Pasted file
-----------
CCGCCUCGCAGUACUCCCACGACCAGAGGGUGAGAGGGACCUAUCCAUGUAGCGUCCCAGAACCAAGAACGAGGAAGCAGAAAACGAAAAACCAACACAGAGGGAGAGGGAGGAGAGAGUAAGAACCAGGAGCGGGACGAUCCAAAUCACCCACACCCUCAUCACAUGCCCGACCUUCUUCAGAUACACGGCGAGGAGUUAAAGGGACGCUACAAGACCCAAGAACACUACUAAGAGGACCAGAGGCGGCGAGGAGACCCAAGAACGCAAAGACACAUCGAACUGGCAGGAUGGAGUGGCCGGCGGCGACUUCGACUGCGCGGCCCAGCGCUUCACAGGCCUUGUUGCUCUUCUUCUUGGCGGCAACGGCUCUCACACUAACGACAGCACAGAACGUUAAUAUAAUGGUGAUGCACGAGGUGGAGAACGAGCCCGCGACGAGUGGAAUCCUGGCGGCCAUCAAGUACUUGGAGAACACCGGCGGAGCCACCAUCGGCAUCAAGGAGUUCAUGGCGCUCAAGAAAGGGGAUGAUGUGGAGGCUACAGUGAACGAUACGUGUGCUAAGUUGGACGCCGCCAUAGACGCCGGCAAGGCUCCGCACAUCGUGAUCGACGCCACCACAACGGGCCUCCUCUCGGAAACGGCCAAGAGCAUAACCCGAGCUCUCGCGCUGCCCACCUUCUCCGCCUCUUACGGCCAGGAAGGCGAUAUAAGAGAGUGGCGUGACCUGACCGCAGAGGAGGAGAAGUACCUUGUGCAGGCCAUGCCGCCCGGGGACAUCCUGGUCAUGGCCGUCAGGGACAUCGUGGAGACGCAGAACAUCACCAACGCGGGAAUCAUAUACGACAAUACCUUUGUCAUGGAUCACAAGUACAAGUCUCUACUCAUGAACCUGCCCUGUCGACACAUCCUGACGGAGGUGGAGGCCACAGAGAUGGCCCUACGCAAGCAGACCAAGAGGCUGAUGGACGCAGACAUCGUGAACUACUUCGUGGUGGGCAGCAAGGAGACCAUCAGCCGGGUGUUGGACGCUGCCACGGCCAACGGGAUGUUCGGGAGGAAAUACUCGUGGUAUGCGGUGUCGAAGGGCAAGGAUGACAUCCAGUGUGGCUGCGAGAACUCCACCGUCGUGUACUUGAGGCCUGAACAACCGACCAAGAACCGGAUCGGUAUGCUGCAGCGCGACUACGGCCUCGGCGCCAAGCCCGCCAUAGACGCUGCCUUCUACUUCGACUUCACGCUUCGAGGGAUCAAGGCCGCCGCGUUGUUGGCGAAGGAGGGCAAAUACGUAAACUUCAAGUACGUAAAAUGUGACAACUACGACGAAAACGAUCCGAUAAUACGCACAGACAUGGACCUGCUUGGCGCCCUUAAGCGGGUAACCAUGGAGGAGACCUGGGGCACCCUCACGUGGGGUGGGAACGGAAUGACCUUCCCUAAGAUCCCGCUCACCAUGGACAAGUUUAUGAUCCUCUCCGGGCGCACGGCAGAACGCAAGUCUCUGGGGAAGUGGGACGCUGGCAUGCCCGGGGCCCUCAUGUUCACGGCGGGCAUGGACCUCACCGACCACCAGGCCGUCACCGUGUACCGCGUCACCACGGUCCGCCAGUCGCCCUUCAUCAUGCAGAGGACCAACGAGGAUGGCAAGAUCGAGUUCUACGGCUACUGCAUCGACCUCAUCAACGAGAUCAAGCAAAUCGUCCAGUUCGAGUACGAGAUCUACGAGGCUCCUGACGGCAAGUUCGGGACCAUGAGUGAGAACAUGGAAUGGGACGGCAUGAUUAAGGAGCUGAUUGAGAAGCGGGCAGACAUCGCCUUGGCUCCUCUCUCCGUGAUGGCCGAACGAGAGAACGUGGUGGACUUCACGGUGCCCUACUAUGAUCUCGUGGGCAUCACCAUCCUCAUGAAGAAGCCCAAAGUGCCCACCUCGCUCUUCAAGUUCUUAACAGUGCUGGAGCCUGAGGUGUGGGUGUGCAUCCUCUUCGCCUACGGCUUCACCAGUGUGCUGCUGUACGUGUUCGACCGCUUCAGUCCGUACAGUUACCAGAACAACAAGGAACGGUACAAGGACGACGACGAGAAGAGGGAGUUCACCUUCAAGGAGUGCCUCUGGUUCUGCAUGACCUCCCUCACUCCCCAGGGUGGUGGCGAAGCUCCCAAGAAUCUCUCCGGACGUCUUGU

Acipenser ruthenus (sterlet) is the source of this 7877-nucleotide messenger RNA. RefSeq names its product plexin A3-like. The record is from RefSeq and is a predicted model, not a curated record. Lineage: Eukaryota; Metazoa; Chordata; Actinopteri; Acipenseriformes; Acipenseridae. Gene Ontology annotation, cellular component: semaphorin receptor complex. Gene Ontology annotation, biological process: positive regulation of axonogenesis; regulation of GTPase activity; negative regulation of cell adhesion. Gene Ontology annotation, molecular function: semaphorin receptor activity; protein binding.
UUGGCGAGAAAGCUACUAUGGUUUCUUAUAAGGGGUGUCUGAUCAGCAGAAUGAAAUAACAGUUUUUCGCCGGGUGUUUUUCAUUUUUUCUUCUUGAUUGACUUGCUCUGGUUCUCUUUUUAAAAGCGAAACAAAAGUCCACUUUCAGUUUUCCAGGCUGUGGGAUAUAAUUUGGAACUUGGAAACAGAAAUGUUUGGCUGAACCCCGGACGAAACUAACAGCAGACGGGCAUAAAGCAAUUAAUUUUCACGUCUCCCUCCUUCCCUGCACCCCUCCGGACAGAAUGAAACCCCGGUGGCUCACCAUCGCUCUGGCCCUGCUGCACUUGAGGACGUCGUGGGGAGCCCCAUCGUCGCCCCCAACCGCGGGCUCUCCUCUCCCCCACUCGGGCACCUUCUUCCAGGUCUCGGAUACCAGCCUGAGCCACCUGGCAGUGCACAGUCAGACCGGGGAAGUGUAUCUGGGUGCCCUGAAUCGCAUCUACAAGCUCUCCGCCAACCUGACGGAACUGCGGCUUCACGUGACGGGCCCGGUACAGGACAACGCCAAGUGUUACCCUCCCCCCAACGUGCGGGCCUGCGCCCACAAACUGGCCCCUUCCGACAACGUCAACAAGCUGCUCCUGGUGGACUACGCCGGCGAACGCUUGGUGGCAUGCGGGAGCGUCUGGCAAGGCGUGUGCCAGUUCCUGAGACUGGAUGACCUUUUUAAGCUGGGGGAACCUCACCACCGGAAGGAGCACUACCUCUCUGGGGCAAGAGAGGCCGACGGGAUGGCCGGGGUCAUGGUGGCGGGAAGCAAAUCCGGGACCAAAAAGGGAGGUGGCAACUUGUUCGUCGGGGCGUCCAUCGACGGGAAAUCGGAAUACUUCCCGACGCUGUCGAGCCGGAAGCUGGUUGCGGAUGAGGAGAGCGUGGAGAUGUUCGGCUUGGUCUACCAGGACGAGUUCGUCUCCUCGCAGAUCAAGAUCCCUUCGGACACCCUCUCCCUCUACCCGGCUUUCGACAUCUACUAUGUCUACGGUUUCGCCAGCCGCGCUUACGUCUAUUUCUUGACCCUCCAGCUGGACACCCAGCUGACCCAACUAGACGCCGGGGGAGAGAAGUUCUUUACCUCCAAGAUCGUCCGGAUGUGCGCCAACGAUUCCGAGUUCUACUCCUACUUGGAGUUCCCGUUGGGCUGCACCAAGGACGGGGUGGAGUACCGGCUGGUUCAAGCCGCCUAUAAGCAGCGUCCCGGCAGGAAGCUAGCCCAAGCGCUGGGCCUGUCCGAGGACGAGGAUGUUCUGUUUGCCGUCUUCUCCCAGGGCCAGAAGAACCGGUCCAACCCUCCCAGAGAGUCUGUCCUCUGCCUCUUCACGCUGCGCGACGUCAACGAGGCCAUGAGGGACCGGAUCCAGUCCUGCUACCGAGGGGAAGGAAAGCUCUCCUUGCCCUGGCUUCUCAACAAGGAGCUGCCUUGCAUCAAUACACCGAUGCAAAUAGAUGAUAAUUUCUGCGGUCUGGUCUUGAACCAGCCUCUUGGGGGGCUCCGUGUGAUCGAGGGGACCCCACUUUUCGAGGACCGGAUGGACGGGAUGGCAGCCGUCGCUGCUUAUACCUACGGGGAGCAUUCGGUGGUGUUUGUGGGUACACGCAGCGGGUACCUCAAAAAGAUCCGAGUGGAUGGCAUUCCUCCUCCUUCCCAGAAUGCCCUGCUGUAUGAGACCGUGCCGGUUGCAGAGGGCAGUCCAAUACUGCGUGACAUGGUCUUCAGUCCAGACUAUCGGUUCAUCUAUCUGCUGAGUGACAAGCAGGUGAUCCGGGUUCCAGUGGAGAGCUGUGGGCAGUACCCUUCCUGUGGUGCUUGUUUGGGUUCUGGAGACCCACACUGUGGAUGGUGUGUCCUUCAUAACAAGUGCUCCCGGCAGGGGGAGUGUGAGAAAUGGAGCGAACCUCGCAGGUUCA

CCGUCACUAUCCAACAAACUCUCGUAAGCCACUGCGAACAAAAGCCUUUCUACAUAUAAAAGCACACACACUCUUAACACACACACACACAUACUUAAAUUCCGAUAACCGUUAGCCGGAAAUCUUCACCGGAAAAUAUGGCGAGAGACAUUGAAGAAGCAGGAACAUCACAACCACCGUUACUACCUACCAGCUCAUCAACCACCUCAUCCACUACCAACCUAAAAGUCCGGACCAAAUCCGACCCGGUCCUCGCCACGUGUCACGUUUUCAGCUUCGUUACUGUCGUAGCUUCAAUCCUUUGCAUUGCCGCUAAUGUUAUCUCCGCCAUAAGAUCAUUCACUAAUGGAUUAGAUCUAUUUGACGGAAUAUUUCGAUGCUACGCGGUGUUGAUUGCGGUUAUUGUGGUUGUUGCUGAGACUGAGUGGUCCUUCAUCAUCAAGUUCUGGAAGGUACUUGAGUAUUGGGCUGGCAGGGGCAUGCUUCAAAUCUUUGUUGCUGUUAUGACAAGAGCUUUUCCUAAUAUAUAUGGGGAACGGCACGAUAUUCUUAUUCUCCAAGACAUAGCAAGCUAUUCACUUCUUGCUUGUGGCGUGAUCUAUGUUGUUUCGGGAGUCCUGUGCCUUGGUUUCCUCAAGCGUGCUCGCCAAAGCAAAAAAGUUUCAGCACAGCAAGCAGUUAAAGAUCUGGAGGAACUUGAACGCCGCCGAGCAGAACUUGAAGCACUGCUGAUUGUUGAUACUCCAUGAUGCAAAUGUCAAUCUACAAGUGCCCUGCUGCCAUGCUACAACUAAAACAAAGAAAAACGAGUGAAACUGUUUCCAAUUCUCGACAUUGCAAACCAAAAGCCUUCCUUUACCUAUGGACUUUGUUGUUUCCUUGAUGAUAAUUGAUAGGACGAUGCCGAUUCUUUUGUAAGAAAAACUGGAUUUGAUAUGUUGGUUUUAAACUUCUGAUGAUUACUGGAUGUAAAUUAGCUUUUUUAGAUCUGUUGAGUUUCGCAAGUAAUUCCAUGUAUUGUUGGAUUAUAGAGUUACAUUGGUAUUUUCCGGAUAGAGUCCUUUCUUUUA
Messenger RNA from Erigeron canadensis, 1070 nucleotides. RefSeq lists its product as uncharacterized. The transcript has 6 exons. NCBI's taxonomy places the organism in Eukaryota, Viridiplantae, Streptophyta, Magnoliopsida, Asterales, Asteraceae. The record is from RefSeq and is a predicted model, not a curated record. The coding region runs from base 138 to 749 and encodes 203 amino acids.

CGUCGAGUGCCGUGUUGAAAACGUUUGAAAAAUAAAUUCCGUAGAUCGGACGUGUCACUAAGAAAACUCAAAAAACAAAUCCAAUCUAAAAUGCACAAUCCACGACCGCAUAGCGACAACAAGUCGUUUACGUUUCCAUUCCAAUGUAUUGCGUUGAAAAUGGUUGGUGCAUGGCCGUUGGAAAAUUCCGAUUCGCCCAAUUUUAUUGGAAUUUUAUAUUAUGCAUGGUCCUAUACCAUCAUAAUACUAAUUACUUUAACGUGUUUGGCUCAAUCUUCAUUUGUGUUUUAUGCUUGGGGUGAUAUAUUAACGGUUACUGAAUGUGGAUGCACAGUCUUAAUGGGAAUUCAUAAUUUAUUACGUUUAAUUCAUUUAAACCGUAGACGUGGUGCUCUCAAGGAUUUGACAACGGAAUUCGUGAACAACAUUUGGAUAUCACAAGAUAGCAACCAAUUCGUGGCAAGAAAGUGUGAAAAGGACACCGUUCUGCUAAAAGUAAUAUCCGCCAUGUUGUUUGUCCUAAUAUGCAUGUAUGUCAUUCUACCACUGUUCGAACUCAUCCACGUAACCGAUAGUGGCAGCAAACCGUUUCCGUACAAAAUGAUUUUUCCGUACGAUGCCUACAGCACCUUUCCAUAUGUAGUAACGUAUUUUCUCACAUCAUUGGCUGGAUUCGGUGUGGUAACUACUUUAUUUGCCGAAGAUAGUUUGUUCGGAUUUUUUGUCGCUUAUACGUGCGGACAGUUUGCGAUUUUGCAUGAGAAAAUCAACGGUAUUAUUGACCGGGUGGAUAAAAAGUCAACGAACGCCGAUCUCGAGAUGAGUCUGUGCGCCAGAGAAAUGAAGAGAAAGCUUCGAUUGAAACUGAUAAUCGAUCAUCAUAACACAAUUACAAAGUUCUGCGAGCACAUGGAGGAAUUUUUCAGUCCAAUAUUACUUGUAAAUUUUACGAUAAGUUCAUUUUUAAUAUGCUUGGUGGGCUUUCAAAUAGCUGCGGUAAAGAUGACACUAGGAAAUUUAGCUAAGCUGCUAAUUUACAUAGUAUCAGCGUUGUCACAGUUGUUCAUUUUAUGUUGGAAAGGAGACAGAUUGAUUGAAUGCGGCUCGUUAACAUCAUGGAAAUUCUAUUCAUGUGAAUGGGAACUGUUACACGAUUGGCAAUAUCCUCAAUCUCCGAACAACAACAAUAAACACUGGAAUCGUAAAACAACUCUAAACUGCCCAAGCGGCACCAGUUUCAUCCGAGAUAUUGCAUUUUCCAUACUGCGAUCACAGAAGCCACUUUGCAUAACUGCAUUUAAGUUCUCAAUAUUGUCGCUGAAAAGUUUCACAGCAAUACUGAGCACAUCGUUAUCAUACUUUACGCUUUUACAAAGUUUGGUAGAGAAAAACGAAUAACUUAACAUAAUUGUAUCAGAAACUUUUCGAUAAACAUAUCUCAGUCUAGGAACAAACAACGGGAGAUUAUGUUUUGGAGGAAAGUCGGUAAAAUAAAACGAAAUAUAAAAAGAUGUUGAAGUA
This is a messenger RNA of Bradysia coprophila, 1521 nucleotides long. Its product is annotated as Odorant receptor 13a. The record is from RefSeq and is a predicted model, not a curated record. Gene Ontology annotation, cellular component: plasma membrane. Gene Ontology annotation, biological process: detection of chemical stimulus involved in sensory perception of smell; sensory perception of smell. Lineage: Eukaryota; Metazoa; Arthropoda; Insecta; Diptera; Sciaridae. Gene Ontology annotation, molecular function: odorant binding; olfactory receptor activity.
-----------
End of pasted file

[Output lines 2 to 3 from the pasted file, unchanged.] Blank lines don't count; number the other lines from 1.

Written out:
Acipenser ruthenus (sterlet) is the source of this 7877-nucleotide messenger RNA. RefSeq names its product plexin A3-like. The record is from RefSeq and is a predicted model, not a curated record. Lineage: Eukaryota; Metazoa; Chordata; Actinopteri; Acipenseriformes; Acipenseridae. Gene Ontology annotation, cellular component: semaphorin receptor complex. Gene Ontology annotation, biological process: positive regulation of axonogenesis; regulation of GTPase activity; negative regulation of cell adhesion. Gene Ontology annotation, molecular function: semaphorin receptor activity; protein binding.
UUGGCGAGAAAGCUACUAUGGUUUCUUAUAAGGGGUGUCUGAUCAGCAGAAUGAAAUAACAGUUUUUCGCCGGGUGUUUUUCAUUUUUUCUUCUUGAUUGACUUGCUCUGGUUCUCUUUUUAAAAGCGAAACAAAAGUCCACUUUCAGUUUUCCAGGCUGUGGGAUAUAAUUUGGAACUUGGAAACAGAAAUGUUUGGCUGAACCCCGGACGAAACUAACAGCAGACGGGCAUAAAGCAAUUAAUUUUCACGUCUCCCUCCUUCCCUGCACCCCUCCGGACAGAAUGAAACCCCGGUGGCUCACCAUCGCUCUGGCCCUGCUGCACUUGAGGACGUCGUGGGGAGCCCCAUCGUCGCCCCCAACCGCGGGCUCUCCUCUCCCCCACUCGGGCACCUUCUUCCAGGUCUCGGAUACCAGCCUGAGCCACCUGGCAGUGCACAGUCAGACCGGGGAAGUGUAUCUGGGUGCCCUGAAUCGCAUCUACAAGCUCUCCGCCAACCUGACGGAACUGCGGCUUCACGUGACGGGCCCGGUACAGGACAACGCCAAGUGUUACCCUCCCCCCAACGUGCGGGCCUGCGCCCACAAACUGGCCCCUUCCGACAACGUCAACAAGCUGCUCCUGGUGGACUACGCCGGCGAACGCUUGGUGGCAUGCGGGAGCGUCUGGCAAGGCGUGUGCCAGUUCCUGAGACUGGAUGACCUUUUUAAGCUGGGGGAACCUCACCACCGGAAGGAGCACUACCUCUCUGGGGCAAGAGAGGCCGACGGGAUGGCCGGGGUCAUGGUGGCGGGAAGCAAAUCCGGGACCAAAAAGGGAGGUGGCAACUUGUUCGUCGGGGCGUCCAUCGACGGGAAAUCGGAAUACUUCCCGACGCUGUCGAGCCGGAAGCUGGUUGCGGAUGAGGAGAGCGUGGAGAUGUUCGGCUUGGUCUACCAGGACGAGUUCGUCUCCUCGCAGAUCAAGAUCCCUUCGGACACCCUCUCCCUCUACCCGGCUUUCGACAUCUACUAUGUCUACGGUUUCGCCAGCCGCGCUUACGUCUAUUUCUUGACCCUCCAGCUGGACACCCAGCUGACCCAACUAGACGCCGGGGGAGAGAAGUUCUUUACCUCCAAGAUCGUCCGGAUGUGCGCCAACGAUUCCGAGUUCUACUCCUACUUGGAGUUCCCGUUGGGCUGCACCAAGGACGGGGUGGAGUACCGGCUGGUUCAAGCCGCCUAUAAGCAGCGUCCCGGCAGGAAGCUAGCCCAAGCGCUGGGCCUGUCCGAGGACGAGGAUGUUCUGUUUGCCGUCUUCUCCCAGGGCCAGAAGAACCGGUCCAACCCUCCCAGAGAGUCUGUCCUCUGCCUCUUCACGCUGCGCGACGUCAACGAGGCCAUGAGGGACCGGAUCCAGUCCUGCUACCGAGGGGAAGGAAAGCUCUCCUUGCCCUGGCUUCUCAACAAGGAGCUGCCUUGCAUCAAUACACCGAUGCAAAUAGAUGAUAAUUUCUGCGGUCUGGUCUUGAACCAGCCUCUUGGGGGGCUCCGUGUGAUCGAGGGGACCCCACUUUUCGAGGACCGGAUGGACGGGAUGGCAGCCGUCGCUGCUUAUACCUACGGGGAGCAUUCGGUGGUGUUUGUGGGUACACGCAGCGGGUACCUCAAAAAGAUCCGAGUGGAUGGCAUUCCUCCUCCUUCCCAGAAUGCCCUGCUGUAUGAGACCGUGCCGGUUGCAGAGGGCAGUCCAAUACUGCGUGACAUGGUCUUCAGUCCAGACUAUCGGUUCAUCUAUCUGCUGAGUGACAAGCAGGUGAUCCGGGUUCCAGUGGAGAGCUGUGGGCAGUACCCUUCCUGUGGUGCUUGUUUGGGUUCUGGAGACCCACACUGUGGAUGGUGUGUCCUUCAUAACAAGUGCUCCCGGCAGGGGGAGUGUGAGAAAUGGAGCGAACCUCGCAGGUUCA